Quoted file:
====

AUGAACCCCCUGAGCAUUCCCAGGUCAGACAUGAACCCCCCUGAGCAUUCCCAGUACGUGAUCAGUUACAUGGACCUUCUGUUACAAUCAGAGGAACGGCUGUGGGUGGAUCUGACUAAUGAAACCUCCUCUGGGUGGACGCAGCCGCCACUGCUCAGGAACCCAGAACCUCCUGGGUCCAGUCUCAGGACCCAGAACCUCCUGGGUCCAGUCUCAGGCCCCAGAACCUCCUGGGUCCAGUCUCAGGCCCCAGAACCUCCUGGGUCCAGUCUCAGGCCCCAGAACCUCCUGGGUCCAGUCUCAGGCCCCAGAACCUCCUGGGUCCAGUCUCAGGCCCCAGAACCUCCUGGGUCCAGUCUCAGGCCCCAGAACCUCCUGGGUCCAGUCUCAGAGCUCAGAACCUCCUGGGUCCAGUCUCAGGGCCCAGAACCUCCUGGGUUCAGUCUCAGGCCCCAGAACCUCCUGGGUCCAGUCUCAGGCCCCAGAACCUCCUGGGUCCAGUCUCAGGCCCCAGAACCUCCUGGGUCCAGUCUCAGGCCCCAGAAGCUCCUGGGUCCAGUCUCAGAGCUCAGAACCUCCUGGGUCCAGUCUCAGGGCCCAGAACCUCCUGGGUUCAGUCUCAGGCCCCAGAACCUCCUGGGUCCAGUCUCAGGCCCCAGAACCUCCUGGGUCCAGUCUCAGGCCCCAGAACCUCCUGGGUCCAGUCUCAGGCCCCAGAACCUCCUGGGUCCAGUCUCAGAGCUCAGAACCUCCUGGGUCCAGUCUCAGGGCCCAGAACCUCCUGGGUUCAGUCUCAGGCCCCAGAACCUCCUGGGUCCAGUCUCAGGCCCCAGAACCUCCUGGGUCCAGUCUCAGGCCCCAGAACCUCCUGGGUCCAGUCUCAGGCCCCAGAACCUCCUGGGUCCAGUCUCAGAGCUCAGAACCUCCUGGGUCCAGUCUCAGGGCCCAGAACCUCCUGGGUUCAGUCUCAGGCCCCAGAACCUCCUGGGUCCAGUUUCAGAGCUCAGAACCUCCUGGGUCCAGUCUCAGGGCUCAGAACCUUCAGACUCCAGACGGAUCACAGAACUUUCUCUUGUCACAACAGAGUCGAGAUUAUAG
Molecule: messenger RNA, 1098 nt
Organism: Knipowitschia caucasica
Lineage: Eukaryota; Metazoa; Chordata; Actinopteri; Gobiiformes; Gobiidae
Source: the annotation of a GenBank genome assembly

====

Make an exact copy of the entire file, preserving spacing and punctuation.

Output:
AUGAACCCCCUGAGCAUUCCCAGGUCAGACAUGAACCCCCCUGAGCAUUCCCAGUACGUGAUCAGUUACAUGGACCUUCUGUUACAAUCAGAGGAACGGCUGUGGGUGGAUCUGACUAAUGAAACCUCCUCUGGGUGGACGCAGCCGCCACUGCUCAGGAACCCAGAACCUCCUGGGUCCAGUCUCAGGACCCAGAACCUCCUGGGUCCAGUCUCAGGCCCCAGAACCUCCUGGGUCCAGUCUCAGGCCCCAGAACCUCCUGGGUCCAGUCUCAGGCCCCAGAACCUCCUGGGUCCAGUCUCAGGCCCCAGAACCUCCUGGGUCCAGUCUCAGGCCCCAGAACCUCCUGGGUCCAGUCUCAGGCCCCAGAACCUCCUGGGUCCAGUCUCAGAGCUCAGAACCUCCUGGGUCCAGUCUCAGGGCCCAGAACCUCCUGGGUUCAGUCUCAGGCCCCAGAACCUCCUGGGUCCAGUCUCAGGCCCCAGAACCUCCUGGGUCCAGUCUCAGGCCCCAGAACCUCCUGGGUCCAGUCUCAGGCCCCAGAAGCUCCUGGGUCCAGUCUCAGAGCUCAGAACCUCCUGGGUCCAGUCUCAGGGCCCAGAACCUCCUGGGUUCAGUCUCAGGCCCCAGAACCUCCUGGGUCCAGUCUCAGGCCCCAGAACCUCCUGGGUCCAGUCUCAGGCCCCAGAACCUCCUGGGUCCAGUCUCAGGCCCCAGAACCUCCUGGGUCCAGUCUCAGAGCUCAGAACCUCCUGGGUCCAGUCUCAGGGCCCAGAACCUCCUGGGUUCAGUCUCAGGCCCCAGAACCUCCUGGGUCCAGUCUCAGGCCCCAGAACCUCCUGGGUCCAGUCUCAGGCCCCAGAACCUCCUGGGUCCAGUCUCAGGCCCCAGAACCUCCUGGGUCCAGUCUCAGAGCUCAGAACCUCCUGGGUCCAGUCUCAGGGCCCAGAACCUCCUGGGUUCAGUCUCAGGCCCCAGAACCUCCUGGGUCCAGUUUCAGAGCUCAGAACCUCCUGGGUCCAGUCUCAGGGCUCAGAACCUUCAGACUCCAGACGGAUCACAGAACUUUCUCUUGUCACAACAGAGUCGAGAUUAUAG
Molecule: messenger RNA, 1098 nt
Organism: Knipowitschia caucasica
Lineage: Eukaryota; Metazoa; Chordata; Actinopteri; Gobiiformes; Gobiidae
Source: the annotation of a GenBank genome assembly